The recent Norway Terror Attack has plagued the headlines for the second day now.  The details are public knowledge.  If you are reading this blog, you probably know the details well enough to understand why Christians would rush in to dip their fingers into the pool hoping to protect the institution they are associated with.  Reading Christian bloggers and ordained ministers disowning a brother, if the terrorist was indeed a Christian, reveals something similar in the words of Caiaphas—”It is better for you that one man die for the people than that the whole nation perish.” – John 11:50.  Jesus later on revealed that Caiaphas  is guilty of a terrible sin (John 19:11).  When Peter was asked if he was with Christ, thrice he denied his Lord.  When Judas placed self-interest over fellowship, he sold his master for 30 pieces of silver.


Why is it that when we perceive that we will be in the receiving end of hostility, many scramble to abandon a brother? The question is not whether or not this terrorist is a Christian.  The question rather, is that when a Christian brother is caught in sin, is it okay to ditch him out of the fellowship of believers. If your pastor commits adultery, is it proper to disown him? If your elder is using drugs, is it okay to just ditch him out as if he was never one of you in the first place?

To be a Christian is to be aware that one is sinful.  Do we sin after bending our knees to Christ? Of course!  What makes us different from the terrorist? Surely, no  Christian would use the gravity of offense as an excuse to justify him disowning a brother.  The wages of sin is death (Romans 6:23).  It doesn’t matter how big or small it is.  Once you sin, it’s lights out.

Galatians 6:10 says, “Therefore, as we have opportunity, let us do good to all people, especially to those who belong to the family of believers.”

What good is it to disown a brother for sinning when you are a sinner as well? When the church rejects a man, where can he find refuge? How can he find help when the place where he is supposed to go to is filled with people who wants to kick him out? To be a Christian is to know that we are not perfect but rather sinners in need of help.  We go to church not because we are spotless, but because we are dirty and hungry.  A Singaporean brother shared with me that Christians are like beggars who go to other beggars to tell them where to find food.  To see how a lot of Christians respond by kicking a brother out of his share of bread is saddening.  Mahatma Gandhi never became a Christian because during the time he attempted to attend a worship service, the pastor kicked him out of the church.  Since then, he coined the famous line “I like your Christ, I do not like your Christians. Your Christians are so unlike your Christ.”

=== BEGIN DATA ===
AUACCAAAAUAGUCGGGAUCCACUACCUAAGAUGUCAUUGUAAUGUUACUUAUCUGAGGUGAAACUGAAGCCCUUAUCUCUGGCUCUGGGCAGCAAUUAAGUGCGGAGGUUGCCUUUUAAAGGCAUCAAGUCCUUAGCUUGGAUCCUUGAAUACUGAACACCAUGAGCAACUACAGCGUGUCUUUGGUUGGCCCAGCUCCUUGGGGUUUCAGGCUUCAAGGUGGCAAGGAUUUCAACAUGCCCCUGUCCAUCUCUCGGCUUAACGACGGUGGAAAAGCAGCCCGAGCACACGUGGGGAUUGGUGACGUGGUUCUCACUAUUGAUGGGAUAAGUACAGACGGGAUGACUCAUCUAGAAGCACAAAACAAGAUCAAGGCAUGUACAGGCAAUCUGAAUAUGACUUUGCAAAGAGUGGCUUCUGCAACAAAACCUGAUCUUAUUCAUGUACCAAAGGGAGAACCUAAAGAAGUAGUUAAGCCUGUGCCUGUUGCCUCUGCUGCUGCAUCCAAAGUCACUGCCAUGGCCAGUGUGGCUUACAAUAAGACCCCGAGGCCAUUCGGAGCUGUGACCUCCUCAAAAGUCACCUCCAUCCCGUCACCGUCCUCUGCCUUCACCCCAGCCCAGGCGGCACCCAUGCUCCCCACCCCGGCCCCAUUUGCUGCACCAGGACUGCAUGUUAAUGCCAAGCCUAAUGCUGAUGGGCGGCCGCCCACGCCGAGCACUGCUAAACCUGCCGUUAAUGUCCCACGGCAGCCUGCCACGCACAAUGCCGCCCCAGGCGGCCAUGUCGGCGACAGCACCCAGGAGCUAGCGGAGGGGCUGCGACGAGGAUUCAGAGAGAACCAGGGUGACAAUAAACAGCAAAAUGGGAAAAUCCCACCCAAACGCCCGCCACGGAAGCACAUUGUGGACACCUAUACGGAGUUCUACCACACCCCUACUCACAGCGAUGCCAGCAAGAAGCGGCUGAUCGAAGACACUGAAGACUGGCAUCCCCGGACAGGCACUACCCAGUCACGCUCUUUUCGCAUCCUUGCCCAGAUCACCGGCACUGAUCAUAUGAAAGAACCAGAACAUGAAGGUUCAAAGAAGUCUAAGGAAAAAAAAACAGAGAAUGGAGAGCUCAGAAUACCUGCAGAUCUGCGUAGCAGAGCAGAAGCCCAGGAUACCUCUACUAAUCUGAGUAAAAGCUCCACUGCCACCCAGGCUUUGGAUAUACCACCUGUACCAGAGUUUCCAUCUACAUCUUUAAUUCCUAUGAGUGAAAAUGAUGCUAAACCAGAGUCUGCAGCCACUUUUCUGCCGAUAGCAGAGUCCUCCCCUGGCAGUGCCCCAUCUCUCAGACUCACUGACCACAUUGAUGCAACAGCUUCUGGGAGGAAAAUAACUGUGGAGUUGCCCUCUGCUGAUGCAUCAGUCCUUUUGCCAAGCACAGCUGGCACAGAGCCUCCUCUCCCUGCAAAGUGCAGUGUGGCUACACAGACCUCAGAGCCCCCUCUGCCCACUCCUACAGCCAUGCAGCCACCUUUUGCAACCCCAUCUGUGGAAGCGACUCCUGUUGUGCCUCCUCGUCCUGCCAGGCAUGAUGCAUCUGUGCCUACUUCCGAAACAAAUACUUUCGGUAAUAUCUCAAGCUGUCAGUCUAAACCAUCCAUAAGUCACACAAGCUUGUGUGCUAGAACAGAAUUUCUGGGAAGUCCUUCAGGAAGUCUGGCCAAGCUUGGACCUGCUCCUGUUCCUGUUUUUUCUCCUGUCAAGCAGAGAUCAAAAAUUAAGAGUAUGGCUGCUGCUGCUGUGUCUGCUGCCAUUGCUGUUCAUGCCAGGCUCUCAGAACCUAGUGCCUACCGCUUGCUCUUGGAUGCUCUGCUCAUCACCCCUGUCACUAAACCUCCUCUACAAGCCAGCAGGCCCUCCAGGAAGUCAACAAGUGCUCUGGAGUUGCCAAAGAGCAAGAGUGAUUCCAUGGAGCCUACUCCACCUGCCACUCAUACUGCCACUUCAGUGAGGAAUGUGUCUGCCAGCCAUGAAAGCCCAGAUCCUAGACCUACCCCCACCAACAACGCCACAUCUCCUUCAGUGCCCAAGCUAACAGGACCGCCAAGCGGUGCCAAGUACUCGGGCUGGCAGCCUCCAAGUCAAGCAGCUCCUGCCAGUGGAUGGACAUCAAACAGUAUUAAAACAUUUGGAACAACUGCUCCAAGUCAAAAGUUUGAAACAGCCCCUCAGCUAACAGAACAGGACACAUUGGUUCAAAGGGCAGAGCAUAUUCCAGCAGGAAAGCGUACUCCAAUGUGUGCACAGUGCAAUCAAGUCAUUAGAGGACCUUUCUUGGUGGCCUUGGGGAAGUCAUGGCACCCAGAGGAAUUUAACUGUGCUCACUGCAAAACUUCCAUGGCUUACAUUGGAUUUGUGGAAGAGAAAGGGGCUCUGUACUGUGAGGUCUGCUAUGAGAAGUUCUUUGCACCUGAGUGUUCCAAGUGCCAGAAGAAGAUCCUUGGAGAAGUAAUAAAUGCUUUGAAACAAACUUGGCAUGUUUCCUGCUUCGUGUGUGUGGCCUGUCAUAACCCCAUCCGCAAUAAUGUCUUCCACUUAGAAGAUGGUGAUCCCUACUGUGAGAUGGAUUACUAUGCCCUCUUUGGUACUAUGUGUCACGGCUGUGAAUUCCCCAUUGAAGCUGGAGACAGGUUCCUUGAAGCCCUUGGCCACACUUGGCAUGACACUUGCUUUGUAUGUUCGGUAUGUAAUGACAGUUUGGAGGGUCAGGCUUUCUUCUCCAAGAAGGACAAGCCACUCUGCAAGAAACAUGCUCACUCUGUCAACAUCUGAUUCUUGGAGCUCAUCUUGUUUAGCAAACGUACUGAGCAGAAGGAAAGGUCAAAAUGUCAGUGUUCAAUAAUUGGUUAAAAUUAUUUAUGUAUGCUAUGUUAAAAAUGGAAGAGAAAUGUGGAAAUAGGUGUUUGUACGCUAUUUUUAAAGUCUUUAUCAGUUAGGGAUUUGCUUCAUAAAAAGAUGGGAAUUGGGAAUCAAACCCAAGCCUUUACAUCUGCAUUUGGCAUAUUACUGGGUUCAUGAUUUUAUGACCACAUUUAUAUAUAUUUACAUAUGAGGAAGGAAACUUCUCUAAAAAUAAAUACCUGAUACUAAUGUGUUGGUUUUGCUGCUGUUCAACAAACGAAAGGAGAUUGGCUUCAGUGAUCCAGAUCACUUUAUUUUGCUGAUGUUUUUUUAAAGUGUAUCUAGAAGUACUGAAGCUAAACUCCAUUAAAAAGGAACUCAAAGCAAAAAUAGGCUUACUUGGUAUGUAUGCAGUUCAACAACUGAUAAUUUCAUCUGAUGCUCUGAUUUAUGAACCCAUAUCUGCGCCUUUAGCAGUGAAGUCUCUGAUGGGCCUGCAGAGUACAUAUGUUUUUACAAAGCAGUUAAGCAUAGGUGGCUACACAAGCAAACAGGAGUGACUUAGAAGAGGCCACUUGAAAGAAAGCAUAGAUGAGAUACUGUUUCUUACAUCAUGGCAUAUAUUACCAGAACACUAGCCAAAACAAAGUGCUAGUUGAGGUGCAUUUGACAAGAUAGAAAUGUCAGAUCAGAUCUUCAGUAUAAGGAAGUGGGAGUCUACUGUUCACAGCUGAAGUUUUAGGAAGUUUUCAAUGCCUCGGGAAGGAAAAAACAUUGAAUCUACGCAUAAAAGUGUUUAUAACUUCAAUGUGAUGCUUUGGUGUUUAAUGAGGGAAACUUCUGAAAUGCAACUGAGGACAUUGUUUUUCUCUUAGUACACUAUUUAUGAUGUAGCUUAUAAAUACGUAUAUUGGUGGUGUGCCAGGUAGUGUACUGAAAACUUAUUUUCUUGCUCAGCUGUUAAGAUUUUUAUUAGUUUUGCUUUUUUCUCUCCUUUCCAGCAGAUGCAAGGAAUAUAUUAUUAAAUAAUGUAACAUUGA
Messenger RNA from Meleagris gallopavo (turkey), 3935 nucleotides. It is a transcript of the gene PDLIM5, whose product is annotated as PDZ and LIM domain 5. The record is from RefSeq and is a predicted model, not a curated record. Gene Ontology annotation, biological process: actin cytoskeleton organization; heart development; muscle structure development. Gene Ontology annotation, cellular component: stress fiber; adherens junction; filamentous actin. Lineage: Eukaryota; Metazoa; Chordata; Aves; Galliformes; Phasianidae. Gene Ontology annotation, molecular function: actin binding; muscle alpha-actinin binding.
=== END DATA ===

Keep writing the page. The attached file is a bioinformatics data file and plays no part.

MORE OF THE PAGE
This is just an advice.  He who has an ear, let him hear.  He who can understand, let him understand.  Do not disown a brother… ever.

God is not willing that anyone should perish but that all may come to repentance (2 Peter 3:9).  No matter how deep a Christian sink into sin, he is still a brother… a sinner like us who needs to be cradled in God’s arms.  One might ask, “but what about the victims? Have you no heart?” of course I do have a heart.  Not disowning a brother does not mean you approve of what he did.  It is simply to show that both the victims and the terrorist needed God’s forgiveness… because we are all equally guilty of sin.

Galatians 2:13 is a very good example of this.  It says, “When Peter came to Antioch, I (Paul) opposed him to his face, because he was clearly in the wrong. Before certain men came from James, he used to eat with the Gentiles. But when they arrived, he began to draw back and separate himself from the Gentiles because he was afraid of those who belonged to the circumcision group. The other Jews joined him in his hypocrisy, so that by their hypocrisy even Barnabas was led astray.”

This is a small thing in comparison to the Spanish Inquisition and the Crusades where bloods were shed in the millions.  We didn’t rush to claim that these guys were not Christians.  They were… and they were wrong.  What the terrorist did was at odds with Christ’s teachings… and he was wrong as well.  The greatest commandments are (1) to love God with everything you’ve got and (2) to love our neighbor as ourselves (Mark 12:28-31).  I find it interesting that none of these talks about theology and behavior.  The top two commandments share a thing in common: love… and if I fail to love, I am nothing… for when faith, hope, and love remains, the greatest of them… is love (1 Corinthians 13).


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